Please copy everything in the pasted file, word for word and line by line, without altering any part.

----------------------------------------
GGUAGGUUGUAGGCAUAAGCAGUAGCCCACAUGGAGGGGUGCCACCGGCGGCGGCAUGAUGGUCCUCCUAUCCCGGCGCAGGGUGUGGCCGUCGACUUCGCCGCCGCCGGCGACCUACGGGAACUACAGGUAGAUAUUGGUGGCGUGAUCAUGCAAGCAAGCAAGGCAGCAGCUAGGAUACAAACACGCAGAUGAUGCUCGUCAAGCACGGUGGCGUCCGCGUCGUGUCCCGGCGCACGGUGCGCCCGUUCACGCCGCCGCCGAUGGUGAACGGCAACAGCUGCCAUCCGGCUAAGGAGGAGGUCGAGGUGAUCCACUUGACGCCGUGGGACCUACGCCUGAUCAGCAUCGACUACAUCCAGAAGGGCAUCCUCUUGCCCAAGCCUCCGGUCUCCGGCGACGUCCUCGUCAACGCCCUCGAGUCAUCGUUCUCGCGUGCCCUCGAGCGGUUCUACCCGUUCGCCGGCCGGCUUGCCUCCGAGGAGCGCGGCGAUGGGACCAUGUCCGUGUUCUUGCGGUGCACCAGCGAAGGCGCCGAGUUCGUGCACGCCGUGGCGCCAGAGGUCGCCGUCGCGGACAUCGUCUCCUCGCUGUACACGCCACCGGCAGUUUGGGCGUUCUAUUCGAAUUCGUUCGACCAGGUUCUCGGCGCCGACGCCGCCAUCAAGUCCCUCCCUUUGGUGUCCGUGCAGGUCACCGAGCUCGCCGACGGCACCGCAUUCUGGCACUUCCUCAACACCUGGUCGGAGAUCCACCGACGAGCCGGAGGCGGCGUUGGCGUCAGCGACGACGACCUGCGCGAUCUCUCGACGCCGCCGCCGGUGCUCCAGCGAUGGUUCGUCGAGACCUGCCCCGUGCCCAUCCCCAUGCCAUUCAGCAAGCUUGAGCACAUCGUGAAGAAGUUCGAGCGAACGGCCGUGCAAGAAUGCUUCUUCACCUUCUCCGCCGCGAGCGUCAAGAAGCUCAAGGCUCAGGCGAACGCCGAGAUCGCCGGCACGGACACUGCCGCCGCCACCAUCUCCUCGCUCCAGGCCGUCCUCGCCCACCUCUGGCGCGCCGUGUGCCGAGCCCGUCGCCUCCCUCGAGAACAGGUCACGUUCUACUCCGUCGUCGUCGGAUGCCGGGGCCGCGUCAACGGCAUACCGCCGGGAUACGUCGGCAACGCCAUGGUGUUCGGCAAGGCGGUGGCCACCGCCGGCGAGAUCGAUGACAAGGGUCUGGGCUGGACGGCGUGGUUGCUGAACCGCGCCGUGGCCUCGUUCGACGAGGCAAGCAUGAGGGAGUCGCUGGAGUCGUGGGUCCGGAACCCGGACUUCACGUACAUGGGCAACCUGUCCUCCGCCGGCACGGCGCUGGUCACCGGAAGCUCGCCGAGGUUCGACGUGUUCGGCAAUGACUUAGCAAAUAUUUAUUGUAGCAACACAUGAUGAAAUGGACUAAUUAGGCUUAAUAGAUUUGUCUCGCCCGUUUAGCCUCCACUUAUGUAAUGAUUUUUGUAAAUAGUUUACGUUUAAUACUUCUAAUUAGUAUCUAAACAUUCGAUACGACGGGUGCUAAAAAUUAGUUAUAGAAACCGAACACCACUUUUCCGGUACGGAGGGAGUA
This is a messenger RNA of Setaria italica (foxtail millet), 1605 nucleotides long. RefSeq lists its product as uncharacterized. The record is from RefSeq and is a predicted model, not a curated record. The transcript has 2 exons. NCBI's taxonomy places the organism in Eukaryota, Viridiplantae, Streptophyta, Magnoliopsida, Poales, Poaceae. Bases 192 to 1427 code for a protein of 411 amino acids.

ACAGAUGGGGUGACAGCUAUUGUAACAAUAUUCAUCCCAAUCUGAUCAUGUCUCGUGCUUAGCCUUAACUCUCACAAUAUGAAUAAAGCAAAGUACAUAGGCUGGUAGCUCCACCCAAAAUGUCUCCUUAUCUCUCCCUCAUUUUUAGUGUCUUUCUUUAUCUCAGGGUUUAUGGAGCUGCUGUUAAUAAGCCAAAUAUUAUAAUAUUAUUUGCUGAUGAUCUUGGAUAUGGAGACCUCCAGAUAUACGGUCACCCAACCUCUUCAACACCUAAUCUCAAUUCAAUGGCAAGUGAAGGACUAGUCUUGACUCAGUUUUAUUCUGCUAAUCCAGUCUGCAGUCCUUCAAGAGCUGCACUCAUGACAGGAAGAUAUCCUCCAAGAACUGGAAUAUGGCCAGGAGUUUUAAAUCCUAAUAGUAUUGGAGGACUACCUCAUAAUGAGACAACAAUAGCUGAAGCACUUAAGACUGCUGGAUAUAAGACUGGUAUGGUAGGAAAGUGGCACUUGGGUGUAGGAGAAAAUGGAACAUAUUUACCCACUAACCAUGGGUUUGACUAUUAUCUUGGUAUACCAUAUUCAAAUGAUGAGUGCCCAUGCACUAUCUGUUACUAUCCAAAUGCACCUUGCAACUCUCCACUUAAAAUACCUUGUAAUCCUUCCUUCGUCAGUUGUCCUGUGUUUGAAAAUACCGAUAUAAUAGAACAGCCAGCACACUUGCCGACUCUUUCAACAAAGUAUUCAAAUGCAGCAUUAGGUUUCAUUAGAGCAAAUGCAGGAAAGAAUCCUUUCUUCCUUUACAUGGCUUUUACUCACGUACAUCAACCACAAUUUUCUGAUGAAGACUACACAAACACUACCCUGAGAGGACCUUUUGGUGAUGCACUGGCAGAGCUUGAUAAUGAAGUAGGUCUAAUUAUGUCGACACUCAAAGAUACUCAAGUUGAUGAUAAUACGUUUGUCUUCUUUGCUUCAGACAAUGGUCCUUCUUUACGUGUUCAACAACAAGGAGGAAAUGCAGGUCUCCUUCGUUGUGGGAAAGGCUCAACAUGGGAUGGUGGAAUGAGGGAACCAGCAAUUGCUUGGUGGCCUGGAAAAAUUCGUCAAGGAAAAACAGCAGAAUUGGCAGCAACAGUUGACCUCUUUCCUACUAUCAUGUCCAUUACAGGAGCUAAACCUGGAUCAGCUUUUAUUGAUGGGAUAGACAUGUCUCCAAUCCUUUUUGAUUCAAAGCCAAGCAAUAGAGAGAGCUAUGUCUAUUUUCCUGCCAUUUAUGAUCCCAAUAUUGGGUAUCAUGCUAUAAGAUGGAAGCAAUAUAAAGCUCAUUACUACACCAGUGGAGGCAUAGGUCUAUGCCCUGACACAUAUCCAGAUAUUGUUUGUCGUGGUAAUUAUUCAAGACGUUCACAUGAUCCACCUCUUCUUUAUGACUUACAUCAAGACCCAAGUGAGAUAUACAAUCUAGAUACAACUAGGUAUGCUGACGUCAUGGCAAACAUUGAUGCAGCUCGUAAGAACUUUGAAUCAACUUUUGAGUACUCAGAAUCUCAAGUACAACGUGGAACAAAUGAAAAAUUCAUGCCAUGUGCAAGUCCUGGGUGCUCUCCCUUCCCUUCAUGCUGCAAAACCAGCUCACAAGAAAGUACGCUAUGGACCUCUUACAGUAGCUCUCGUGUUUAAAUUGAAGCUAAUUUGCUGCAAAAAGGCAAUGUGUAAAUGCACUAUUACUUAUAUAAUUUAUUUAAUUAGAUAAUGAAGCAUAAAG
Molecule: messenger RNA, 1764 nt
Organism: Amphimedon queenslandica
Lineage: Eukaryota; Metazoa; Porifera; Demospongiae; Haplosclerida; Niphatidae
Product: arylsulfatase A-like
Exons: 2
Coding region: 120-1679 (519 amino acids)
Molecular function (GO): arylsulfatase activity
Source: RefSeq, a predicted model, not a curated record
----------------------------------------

GGUAGGUUGUAGGCAUAAGCAGUAGCCCACAUGGAGGGGUGCCACCGGCGGCGGCAUGAUGGUCCUCCUAUCCCGGCGCAGGGUGUGGCCGUCGACUUCGCCGCCGCCGGCGACCUACGGGAACUACAGGUAGAUAUUGGUGGCGUGAUCAUGCAAGCAAGCAAGGCAGCAGCUAGGAUACAAACACGCAGAUGAUGCUCGUCAAGCACGGUGGCGUCCGCGUCGUGUCCCGGCGCACGGUGCGCCCGUUCACGCCGCCGCCGAUGGUGAACGGCAACAGCUGCCAUCCGGCUAAGGAGGAGGUCGAGGUGAUCCACUUGACGCCGUGGGACCUACGCCUGAUCAGCAUCGACUACAUCCAGAAGGGCAUCCUCUUGCCCAAGCCUCCGGUCUCCGGCGACGUCCUCGUCAACGCCCUCGAGUCAUCGUUCUCGCGUGCCCUCGAGCGGUUCUACCCGUUCGCCGGCCGGCUUGCCUCCGAGGAGCGCGGCGAUGGGACCAUGUCCGUGUUCUUGCGGUGCACCAGCGAAGGCGCCGAGUUCGUGCACGCCGUGGCGCCAGAGGUCGCCGUCGCGGACAUCGUCUCCUCGCUGUACACGCCACCGGCAGUUUGGGCGUUCUAUUCGAAUUCGUUCGACCAGGUUCUCGGCGCCGACGCCGCCAUCAAGUCCCUCCCUUUGGUGUCCGUGCAGGUCACCGAGCUCGCCGACGGCACCGCAUUCUGGCACUUCCUCAACACCUGGUCGGAGAUCCACCGACGAGCCGGAGGCGGCGUUGGCGUCAGCGACGACGACCUGCGCGAUCUCUCGACGCCGCCGCCGGUGCUCCAGCGAUGGUUCGUCGAGACCUGCCCCGUGCCCAUCCCCAUGCCAUUCAGCAAGCUUGAGCACAUCGUGAAGAAGUUCGAGCGAACGGCCGUGCAAGAAUGCUUCUUCACCUUCUCCGCCGCGAGCGUCAAGAAGCUCAAGGCUCAGGCGAACGCCGAGAUCGCCGGCACGGACACUGCCGCCGCCACCAUCUCCUCGCUCCAGGCCGUCCUCGCCCACCUCUGGCGCGCCGUGUGCCGAGCCCGUCGCCUCCCUCGAGAACAGGUCACGUUCUACUCCGUCGUCGUCGGAUGCCGGGGCCGCGUCAACGGCAUACCGCCGGGAUACGUCGGCAACGCCAUGGUGUUCGGCAAGGCGGUGGCCACCGCCGGCGAGAUCGAUGACAAGGGUCUGGGCUGGACGGCGUGGUUGCUGAACCGCGCCGUGGCCUCGUUCGACGAGGCAAGCAUGAGGGAGUCGCUGGAGUCGUGGGUCCGGAACCCGGACUUCACGUACAUGGGCAACCUGUCCUCCGCCGGCACGGCGCUGGUCACCGGAAGCUCGCCGAGGUUCGACGUGUUCGGCAAUGACUUAGCAAAUAUUUAUUGUAGCAACACAUGAUGAAAUGGACUAAUUAGGCUUAAUAGAUUUGUCUCGCCCGUUUAGCCUCCACUUAUGUAAUGAUUUUUGUAAAUAGUUUACGUUUAAUACUUCUAAUUAGUAUCUAAACAUUCGAUACGACGGGUGCUAAAAAUUAGUUAUAGAAACCGAACACCACUUUUCCGGUACGGAGGGAGUA
This is a messenger RNA of Setaria italica (foxtail millet), 1605 nucleotides long. RefSeq lists its product as uncharacterized. The record is from RefSeq and is a predicted model, not a curated record. The transcript has 2 exons. NCBI's taxonomy places the organism in Eukaryota, Viridiplantae, Streptophyta, Magnoliopsida, Poales, Poaceae. Bases 192 to 1427 code for a protein of 411 amino acids.

ACAGAUGGGGUGACAGCUAUUGUAACAAUAUUCAUCCCAAUCUGAUCAUGUCUCGUGCUUAGCCUUAACUCUCACAAUAUGAAUAAAGCAAAGUACAUAGGCUGGUAGCUCCACCCAAAAUGUCUCCUUAUCUCUCCCUCAUUUUUAGUGUCUUUCUUUAUCUCAGGGUUUAUGGAGCUGCUGUUAAUAAGCCAAAUAUUAUAAUAUUAUUUGCUGAUGAUCUUGGAUAUGGAGACCUCCAGAUAUACGGUCACCCAACCUCUUCAACACCUAAUCUCAAUUCAAUGGCAAGUGAAGGACUAGUCUUGACUCAGUUUUAUUCUGCUAAUCCAGUCUGCAGUCCUUCAAGAGCUGCACUCAUGACAGGAAGAUAUCCUCCAAGAACUGGAAUAUGGCCAGGAGUUUUAAAUCCUAAUAGUAUUGGAGGACUACCUCAUAAUGAGACAACAAUAGCUGAAGCACUUAAGACUGCUGGAUAUAAGACUGGUAUGGUAGGAAAGUGGCACUUGGGUGUAGGAGAAAAUGGAACAUAUUUACCCACUAACCAUGGGUUUGACUAUUAUCUUGGUAUACCAUAUUCAAAUGAUGAGUGCCCAUGCACUAUCUGUUACUAUCCAAAUGCACCUUGCAACUCUCCACUUAAAAUACCUUGUAAUCCUUCCUUCGUCAGUUGUCCUGUGUUUGAAAAUACCGAUAUAAUAGAACAGCCAGCACACUUGCCGACUCUUUCAACAAAGUAUUCAAAUGCAGCAUUAGGUUUCAUUAGAGCAAAUGCAGGAAAGAAUCCUUUCUUCCUUUACAUGGCUUUUACUCACGUACAUCAACCACAAUUUUCUGAUGAAGACUACACAAACACUACCCUGAGAGGACCUUUUGGUGAUGCACUGGCAGAGCUUGAUAAUGAAGUAGGUCUAAUUAUGUCGACACUCAAAGAUACUCAAGUUGAUGAUAAUACGUUUGUCUUCUUUGCUUCAGACAAUGGUCCUUCUUUACGUGUUCAACAACAAGGAGGAAAUGCAGGUCUCCUUCGUUGUGGGAAAGGCUCAACAUGGGAUGGUGGAAUGAGGGAACCAGCAAUUGCUUGGUGGCCUGGAAAAAUUCGUCAAGGAAAAACAGCAGAAUUGGCAGCAACAGUUGACCUCUUUCCUACUAUCAUGUCCAUUACAGGAGCUAAACCUGGAUCAGCUUUUAUUGAUGGGAUAGACAUGUCUCCAAUCCUUUUUGAUUCAAAGCCAAGCAAUAGAGAGAGCUAUGUCUAUUUUCCUGCCAUUUAUGAUCCCAAUAUUGGGUAUCAUGCUAUAAGAUGGAAGCAAUAUAAAGCUCAUUACUACACCAGUGGAGGCAUAGGUCUAUGCCCUGACACAUAUCCAGAUAUUGUUUGUCGUGGUAAUUAUUCAAGACGUUCACAUGAUCCACCUCUUCUUUAUGACUUACAUCAAGACCCAAGUGAGAUAUACAAUCUAGAUACAACUAGGUAUGCUGACGUCAUGGCAAACAUUGAUGCAGCUCGUAAGAACUUUGAAUCAACUUUUGAGUACUCAGAAUCUCAAGUACAACGUGGAACAAAUGAAAAAUUCAUGCCAUGUGCAAGUCCUGGGUGCUCUCCCUUCCCUUCAUGCUGCAAAACCAGCUCACAAGAAAGUACGCUAUGGACCUCUUACAGUAGCUCUCGUGUUUAAAUUGAAGCUAAUUUGCUGCAAAAAGGCAAUGUGUAAAUGCACUAUUACUUAUAUAAUUUAUUUAAUUAGAUAAUGAAGCAUAAAG
Molecule: messenger RNA, 1764 nt
Organism: Amphimedon queenslandica
Lineage: Eukaryota; Metazoa; Porifera; Demospongiae; Haplosclerida; Niphatidae
Product: arylsulfatase A-like
Exons: 2
Coding region: 120-1679 (519 amino acids)
Molecular function (GO): arylsulfatase activity
Source: RefSeq, a predicted model, not a curated record